Shiur #36: The Prophecies of Amos: "The Hearken Sequence"

  • Rav Yitzchak Etshalom
In honor and appreciation of Rabbi Etshalom, dedicated by Asher Reimer
In the previous shiur, we continued our study of the series of five "disciplinary actions" taken by God to correct the people — each of which ends with the epistrophe “Ve-lo shavtem adai, ne’um Hashem,” "(Still and all) you have not (yet) returned to Me, says the Lord." We focused on the second of these rebukes, giving special attention to the potentially weighty significance of the conjunctive ve-gam. In addition, we analyzed the image of a selective drought and what that may mean, even for those "selected" to receive the rains.
In this shiur, we will continue our study of the text of these passages and focus on the third rebuke. We will complete the series in the next shiur. In the subsequent shiurim, we will engage in more detailed analysis of them as a group, taking the panoramic view and issues of literary structure into account.
Hikeiti etkhem ba-shidafon u-vayeirakon
I have smitten you with blasting and mildew
The opening Hikeiti (stress on the penultimate: hi-KEI-ti) is best translated in the pluperfect: "I had smitten you." (This is as opposed to the provided translation, from the 1917 JPS edition, which implies an "ongoing present" as if the plague is still in effect.) It is vital for this rebuke-sequence that all of these events have happened and have been completed. Reflecting back, the prophet points out that these "disciplinary measures" accomplished nothing.
This is as opposed to the familiar instances of hikeiti in the Torah, all three of which are stressed on the ultimate syllable (hi-kei-TI), which indicates the future tense. All of these are divine threats, against Egypt (Shemot 3:20, 12:12) and against Yisrael (Vayikra 26:24). Even Amos himself uses hikeiti in the future tense as a threat (above 3:7: “VehikeiTI veit ha-choref…”), as it is used in numerous books of Tanakh.
Besides our text, there are only two instances[1] in which this word is imputed to God. Unsurprisingly, in both of these instances, it is declared with a sense of frustration, as if this "smiting" had a purpose to effect reflection, repentance and change, none of which has happened. One of them is in Yirmeyahu 2:30, “La-shav hikeiti et beneikhem,” "I smote your sons for naught.” The other, much closer to home, comes from the other end of the chronological spectrum of literary prophecy — from Chaggai. Speaking to the priests of the about-to-be-rebuilt Temple, he castigates them for their ignorance of the Law and for their degrading attitude towards the sancta. Chaggai points out that, up until this point:
Hikeiti etkhem ba-shidafon u-vayeirakon u-vabarad et kol ma’asei yedeikhem, ve-ein etkhem eilai ne’um Hashem.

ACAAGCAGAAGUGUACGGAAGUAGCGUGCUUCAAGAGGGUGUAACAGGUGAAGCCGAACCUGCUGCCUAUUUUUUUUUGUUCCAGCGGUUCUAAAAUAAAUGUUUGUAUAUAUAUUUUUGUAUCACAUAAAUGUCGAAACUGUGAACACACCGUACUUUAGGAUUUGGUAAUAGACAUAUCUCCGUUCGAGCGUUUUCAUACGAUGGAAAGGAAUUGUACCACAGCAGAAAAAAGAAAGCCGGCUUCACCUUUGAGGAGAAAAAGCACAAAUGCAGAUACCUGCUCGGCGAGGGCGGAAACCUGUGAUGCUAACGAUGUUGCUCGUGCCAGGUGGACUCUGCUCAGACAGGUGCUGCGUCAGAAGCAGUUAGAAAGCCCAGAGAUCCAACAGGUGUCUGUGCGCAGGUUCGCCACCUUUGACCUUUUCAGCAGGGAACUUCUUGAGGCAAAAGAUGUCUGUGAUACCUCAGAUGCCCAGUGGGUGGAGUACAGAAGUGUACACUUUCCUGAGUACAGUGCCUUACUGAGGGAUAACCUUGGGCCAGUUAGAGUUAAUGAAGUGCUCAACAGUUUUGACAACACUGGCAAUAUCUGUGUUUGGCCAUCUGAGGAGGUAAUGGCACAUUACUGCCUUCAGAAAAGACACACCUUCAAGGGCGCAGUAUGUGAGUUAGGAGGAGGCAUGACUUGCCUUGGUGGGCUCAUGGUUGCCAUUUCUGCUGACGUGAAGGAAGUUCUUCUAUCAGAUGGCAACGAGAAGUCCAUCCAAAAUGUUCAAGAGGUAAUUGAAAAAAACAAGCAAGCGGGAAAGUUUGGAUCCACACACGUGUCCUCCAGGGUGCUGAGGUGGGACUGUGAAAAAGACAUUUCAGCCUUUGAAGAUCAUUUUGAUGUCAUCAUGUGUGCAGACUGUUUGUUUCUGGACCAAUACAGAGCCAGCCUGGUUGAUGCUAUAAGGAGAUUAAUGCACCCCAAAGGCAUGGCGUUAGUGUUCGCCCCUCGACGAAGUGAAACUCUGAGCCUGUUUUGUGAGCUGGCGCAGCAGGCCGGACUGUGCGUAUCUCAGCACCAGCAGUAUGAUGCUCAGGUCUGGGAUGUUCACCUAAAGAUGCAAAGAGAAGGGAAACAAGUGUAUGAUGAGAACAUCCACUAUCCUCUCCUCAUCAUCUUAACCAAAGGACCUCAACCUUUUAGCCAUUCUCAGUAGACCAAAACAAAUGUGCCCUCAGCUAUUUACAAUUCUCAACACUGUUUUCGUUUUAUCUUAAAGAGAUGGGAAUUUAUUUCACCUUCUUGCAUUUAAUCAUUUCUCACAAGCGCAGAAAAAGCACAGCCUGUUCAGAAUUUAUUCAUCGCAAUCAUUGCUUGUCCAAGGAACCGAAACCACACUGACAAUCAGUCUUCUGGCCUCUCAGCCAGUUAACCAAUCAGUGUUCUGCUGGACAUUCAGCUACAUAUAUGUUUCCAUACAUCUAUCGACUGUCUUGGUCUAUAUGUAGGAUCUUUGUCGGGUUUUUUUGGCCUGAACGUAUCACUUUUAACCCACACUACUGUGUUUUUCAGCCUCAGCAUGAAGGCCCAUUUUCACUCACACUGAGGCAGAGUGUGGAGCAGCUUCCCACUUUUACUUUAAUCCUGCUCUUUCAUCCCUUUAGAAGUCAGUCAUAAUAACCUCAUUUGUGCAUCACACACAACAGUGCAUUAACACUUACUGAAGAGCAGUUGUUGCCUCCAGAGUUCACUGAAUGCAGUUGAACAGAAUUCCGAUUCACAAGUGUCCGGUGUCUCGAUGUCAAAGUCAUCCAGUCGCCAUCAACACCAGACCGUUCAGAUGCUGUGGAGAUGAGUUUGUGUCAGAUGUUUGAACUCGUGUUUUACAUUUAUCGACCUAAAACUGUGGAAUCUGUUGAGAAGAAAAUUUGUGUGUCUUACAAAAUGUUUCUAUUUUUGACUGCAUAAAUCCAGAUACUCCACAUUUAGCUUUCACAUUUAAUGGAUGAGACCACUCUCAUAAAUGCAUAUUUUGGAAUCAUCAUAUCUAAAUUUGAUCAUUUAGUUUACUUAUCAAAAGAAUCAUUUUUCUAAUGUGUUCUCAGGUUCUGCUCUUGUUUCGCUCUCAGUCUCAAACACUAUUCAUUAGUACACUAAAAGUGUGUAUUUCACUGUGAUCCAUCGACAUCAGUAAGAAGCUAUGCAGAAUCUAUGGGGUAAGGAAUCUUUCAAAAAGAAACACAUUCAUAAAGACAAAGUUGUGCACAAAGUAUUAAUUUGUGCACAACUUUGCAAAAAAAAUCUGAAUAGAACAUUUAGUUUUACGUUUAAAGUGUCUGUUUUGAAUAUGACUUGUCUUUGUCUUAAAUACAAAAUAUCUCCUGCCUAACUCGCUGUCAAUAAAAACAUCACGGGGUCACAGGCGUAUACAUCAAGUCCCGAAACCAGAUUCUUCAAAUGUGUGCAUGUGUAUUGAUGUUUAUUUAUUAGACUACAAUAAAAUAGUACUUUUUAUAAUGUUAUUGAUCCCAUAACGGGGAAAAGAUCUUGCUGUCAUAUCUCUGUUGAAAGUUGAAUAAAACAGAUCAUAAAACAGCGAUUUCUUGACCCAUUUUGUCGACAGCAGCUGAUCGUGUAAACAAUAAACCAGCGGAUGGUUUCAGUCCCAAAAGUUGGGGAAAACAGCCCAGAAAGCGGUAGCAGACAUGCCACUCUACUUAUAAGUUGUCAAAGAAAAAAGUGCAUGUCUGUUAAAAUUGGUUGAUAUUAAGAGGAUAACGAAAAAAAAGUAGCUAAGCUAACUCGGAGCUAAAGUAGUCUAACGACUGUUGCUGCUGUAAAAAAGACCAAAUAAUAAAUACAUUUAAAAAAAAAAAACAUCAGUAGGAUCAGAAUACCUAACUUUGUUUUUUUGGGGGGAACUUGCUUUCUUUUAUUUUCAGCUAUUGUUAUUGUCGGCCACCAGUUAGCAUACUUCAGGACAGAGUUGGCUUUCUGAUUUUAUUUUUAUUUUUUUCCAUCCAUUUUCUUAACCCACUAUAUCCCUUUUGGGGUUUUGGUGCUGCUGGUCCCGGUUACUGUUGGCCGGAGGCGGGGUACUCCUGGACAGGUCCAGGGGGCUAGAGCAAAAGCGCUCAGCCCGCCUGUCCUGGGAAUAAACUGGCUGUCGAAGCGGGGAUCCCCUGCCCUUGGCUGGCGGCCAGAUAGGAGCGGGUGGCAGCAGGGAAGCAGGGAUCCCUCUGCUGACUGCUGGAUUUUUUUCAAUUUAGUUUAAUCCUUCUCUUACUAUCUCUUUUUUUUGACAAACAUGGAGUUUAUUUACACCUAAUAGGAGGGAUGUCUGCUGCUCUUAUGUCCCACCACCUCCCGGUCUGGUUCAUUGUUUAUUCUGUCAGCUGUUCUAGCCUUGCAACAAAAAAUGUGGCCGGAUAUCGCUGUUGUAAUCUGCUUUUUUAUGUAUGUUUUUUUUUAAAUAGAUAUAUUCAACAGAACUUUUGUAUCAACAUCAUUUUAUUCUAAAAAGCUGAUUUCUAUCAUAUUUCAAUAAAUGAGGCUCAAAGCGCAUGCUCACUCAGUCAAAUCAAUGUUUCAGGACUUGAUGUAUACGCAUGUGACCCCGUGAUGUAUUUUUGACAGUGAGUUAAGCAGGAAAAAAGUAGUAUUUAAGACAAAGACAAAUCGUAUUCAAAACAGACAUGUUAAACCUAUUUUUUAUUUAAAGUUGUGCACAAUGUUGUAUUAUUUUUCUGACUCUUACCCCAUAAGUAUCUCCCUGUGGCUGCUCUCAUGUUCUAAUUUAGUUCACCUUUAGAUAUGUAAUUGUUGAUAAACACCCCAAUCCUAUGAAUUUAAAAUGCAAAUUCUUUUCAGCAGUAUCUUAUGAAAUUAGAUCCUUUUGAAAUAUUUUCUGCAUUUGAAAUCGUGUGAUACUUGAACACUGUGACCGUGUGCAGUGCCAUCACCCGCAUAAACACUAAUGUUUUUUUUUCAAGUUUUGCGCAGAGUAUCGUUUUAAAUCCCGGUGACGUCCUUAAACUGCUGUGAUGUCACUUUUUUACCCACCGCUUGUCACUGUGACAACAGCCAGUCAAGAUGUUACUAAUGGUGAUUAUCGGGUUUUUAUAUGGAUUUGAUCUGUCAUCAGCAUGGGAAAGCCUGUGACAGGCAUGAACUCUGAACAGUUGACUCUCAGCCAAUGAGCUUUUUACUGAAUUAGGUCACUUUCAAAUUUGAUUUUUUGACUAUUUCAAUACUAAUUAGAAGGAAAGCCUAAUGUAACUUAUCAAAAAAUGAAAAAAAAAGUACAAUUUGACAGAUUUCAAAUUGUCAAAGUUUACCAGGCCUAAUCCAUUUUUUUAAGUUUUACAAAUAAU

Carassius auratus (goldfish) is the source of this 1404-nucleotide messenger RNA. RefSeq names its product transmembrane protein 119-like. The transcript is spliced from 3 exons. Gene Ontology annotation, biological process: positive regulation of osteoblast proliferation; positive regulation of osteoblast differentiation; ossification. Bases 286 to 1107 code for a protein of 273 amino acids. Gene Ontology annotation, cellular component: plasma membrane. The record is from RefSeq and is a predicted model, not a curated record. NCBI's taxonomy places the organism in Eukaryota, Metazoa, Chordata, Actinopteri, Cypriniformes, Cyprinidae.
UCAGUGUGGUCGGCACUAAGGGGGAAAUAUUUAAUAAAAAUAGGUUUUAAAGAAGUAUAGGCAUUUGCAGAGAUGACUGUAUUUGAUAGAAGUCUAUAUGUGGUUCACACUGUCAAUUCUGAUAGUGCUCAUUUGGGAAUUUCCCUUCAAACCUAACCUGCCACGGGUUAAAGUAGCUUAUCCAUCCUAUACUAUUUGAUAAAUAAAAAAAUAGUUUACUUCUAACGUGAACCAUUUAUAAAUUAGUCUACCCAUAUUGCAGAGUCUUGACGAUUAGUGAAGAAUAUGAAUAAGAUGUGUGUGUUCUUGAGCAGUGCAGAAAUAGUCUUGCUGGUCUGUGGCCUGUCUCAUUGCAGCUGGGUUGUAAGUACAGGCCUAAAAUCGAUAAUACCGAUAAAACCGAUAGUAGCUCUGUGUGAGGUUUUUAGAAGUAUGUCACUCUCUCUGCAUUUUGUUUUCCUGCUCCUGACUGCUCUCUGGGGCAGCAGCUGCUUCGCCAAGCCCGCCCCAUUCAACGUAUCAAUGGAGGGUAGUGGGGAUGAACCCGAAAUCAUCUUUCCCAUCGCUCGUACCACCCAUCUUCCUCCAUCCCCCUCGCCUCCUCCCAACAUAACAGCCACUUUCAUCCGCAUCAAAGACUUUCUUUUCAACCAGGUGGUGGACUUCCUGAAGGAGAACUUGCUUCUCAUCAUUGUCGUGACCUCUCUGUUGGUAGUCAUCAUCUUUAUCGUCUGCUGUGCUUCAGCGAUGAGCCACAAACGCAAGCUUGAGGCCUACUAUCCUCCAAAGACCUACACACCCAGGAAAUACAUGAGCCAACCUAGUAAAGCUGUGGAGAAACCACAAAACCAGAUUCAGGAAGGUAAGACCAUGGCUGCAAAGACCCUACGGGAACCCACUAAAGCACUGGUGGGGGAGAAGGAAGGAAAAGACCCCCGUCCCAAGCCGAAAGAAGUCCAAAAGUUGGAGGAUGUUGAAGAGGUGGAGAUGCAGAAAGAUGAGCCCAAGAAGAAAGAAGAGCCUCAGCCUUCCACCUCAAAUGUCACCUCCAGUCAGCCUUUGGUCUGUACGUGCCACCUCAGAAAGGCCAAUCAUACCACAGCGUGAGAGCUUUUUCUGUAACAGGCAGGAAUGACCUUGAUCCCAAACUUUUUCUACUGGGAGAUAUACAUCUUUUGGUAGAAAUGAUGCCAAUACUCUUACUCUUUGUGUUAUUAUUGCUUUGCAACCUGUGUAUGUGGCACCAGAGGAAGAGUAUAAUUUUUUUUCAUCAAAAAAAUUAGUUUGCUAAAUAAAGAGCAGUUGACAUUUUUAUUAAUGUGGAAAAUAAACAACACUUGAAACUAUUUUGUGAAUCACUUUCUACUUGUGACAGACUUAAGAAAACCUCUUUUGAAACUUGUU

I smote you with blight and with mildew and with hail in all the work of your hands, yet you did not turn to Me, says the Lord. (Chaggai 2:17)
The similarities with our verse are more than happenstance. Chaggai deliberately borrows Amos's wording, phrases that were likely known to the priests of Yerushalayim in 518 BCE. There were undoubtedly plagues against the impoverished agricultural infrastructure of Yehuda at the beginning of the Persian period, and Chaggai interprets these to be God's response to the people's being distanced from His Torah. Indeed, the addition of hail to the list of attacks indicates that he is speaking to a palpable experience that the people have undergone. Nonetheless, his borrowing Amos's phrasing may mean that he intends to equate the people's negligence of God to the outright sinfulness of the Shomeroni court and aristocracy, Amos's audience.
In any case, the use of hikeiti as a past perfect participle is rare in Tanakh, especially when used in God's voice.[2]
Blasting (shidafon) and mildew (yeirakon), the two plagues mentioned here, are a familiar pairing in Tanakh. As a matter of fact, one never appears without the other anywhere in the canon.[3] A proper translation of shidafon is likely "blight,” which is a browning of the plant, indicating that the tissue is dead and that the plant is dying. Yeirakon, although sounding as if it ought to be "green,” is a whitish growth on a plant which indicates that it is starved of nutrients and the blooming of the plant will be stunted. These conditions are not related, yet they are both serious setbacks for a farmer and represent very real crop disasters.
The first appearance of this pairing in Tanakh is in the "great rebuke" in Devarim (Chapter 28) when, among the first series of threatened attacks against the people should they choose to turn away from God, we find the following:
Yakekha Hashem ba-shachefet u-vakadachat u-vadaleket u-vacharchur u-vacherev u-vashidafon u-vayeirakon…
The Lord will smite you with consumption, and with fever, and with inflammation, and with fiery heat, and with drought, and with blight, and with mildew…
Besides the mention in our passage and its parallel in Chaggai (see above), shidafon and yeirakon are mentioned in Shelomo's prayer at the dedication of the Temple (I Melakhim 8:37; parallel in II Divrei Ha-yamim 6:28):
Ra'av ki yihyeh ba-aretz, dever ki yihyeh, shidafon yeirakon, arbeh chasil ki yihyeh…
If there be hunger in the Land; if there be a plague; blight, mildew; or if there be locust or caterpillar…
The intent is that, in any of these situations, the people will turn towards this House and direct their prayers to God to be saved.
What emerges is that "blight and mildew" are an idiomatic phrase for agricultural calamities which threaten to destroy the entire year's yield. A wholesale attack on the agronomy of a country naturally brings to mind the series of plagues with which God punished the Egyptians. Hence, the Deuteronomic rebuke which culminates with the Jewish people’s being sold back to Egypt as slaves (Devarim 28:68) begins its list of threats with a warning that evokes the plagues against that selfsame nation, whose destruction was the necessary preface to the Jewish people’s deliverance.